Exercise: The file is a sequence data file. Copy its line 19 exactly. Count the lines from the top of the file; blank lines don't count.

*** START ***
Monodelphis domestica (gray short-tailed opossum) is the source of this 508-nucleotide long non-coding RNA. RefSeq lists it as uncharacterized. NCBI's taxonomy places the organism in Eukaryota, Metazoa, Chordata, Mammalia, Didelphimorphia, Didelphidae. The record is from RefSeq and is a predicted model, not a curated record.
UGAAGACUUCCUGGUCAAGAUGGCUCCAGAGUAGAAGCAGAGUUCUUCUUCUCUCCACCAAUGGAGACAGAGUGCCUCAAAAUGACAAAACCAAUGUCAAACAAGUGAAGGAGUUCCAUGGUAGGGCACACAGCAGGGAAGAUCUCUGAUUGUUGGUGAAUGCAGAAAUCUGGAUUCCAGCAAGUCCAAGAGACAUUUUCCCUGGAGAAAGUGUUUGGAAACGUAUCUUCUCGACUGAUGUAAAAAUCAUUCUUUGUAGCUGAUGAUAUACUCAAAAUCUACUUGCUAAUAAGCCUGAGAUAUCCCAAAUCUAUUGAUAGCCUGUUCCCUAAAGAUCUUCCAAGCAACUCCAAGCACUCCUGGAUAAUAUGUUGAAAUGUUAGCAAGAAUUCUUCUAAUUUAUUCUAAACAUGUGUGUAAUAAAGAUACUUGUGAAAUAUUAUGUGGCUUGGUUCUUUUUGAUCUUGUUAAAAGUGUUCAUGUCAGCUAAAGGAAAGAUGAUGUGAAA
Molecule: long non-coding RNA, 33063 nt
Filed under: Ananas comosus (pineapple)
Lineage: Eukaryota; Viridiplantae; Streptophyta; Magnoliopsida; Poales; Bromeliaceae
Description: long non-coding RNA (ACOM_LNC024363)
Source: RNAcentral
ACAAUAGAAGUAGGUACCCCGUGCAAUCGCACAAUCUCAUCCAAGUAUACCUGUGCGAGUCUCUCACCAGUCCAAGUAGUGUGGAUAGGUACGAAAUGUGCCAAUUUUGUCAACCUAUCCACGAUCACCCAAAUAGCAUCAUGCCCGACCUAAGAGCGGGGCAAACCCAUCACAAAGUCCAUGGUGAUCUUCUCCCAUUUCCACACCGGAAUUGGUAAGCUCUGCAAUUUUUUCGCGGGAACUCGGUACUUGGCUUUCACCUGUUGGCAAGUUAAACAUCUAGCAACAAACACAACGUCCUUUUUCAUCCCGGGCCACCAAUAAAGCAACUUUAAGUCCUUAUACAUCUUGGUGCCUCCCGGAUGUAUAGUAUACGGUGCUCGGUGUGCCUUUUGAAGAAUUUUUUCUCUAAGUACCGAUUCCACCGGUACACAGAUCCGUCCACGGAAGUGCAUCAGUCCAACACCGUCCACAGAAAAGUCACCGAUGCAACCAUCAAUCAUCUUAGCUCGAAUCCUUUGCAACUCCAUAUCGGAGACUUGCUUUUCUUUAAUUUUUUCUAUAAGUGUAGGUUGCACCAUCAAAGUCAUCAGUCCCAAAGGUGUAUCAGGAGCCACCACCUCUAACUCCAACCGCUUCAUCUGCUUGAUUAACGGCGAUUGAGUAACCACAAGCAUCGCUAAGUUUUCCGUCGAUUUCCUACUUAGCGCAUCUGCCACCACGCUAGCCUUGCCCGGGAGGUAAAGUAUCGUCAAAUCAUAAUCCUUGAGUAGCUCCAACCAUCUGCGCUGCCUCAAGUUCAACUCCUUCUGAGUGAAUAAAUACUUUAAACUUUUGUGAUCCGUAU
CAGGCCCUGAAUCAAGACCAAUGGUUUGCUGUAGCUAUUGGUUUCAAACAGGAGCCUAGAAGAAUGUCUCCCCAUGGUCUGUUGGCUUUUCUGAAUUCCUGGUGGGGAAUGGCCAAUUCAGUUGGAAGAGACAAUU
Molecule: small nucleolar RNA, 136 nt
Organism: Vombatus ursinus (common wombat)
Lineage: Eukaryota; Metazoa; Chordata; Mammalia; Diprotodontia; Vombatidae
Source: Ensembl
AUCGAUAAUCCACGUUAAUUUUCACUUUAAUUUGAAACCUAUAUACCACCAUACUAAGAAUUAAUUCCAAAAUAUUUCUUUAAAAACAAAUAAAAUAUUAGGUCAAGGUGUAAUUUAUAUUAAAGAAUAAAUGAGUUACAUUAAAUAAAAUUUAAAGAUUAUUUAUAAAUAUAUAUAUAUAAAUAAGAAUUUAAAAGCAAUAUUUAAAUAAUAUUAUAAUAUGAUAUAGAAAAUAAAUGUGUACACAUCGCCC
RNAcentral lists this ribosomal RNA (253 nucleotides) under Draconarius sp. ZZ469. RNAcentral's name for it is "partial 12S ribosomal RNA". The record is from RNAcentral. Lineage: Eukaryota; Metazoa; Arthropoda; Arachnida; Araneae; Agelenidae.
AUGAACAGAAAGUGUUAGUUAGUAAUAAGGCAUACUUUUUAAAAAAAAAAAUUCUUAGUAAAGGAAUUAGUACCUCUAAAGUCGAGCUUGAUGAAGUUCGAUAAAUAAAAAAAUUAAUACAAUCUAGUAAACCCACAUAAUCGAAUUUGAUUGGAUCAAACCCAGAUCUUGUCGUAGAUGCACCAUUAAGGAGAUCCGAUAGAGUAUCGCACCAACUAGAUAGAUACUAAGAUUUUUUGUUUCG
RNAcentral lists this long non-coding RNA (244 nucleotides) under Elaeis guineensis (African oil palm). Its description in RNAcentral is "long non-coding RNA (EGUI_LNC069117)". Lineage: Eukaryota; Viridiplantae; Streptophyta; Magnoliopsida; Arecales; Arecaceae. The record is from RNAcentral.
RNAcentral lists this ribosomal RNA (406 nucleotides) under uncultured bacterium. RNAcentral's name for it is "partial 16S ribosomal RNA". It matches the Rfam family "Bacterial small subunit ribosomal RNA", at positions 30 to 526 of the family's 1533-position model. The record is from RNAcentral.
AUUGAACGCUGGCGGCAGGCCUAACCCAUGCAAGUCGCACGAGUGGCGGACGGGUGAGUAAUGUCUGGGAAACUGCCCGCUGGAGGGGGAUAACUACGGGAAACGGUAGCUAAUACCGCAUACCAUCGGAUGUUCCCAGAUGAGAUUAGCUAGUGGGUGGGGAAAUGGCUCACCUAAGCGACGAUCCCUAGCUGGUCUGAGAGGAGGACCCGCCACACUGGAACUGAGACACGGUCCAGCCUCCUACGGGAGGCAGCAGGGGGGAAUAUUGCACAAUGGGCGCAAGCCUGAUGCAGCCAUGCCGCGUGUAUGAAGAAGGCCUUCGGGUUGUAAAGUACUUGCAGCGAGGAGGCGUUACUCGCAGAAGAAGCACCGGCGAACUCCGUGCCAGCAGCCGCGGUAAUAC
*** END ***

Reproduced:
AUUGAACGCUGGCGGCAGGCCUAACCCAUGCAAGUCGCACGAGUGGCGGACGGGUGAGUAAUGUCUGGGAAACUGCCCGCUGGAGGGGGAUAACUACGGGAAACGGUAGCUAAUACCGCAUACCAUCGGAUGUUCCCAGAUGAGAUUAGCUAGUGGGUGGGGAAAUGGCUCACCUAAGCGACGAUCCCUAGCUGGUCUGAGAGGAGGACCCGCCACACUGGAACUGAGACACGGUCCAGCCUCCUACGGGAGGCAGCAGGGGGGAAUAUUGCACAAUGGGCGCAAGCCUGAUGCAGCCAUGCCGCGUGUAUGAAGAAGGCCUUCGGGUUGUAAAGUACUUGCAGCGAGGAGGCGUUACUCGCAGAAGAAGCACCGGCGAACUCCGUGCCAGCAGCCGCGGUAAUAC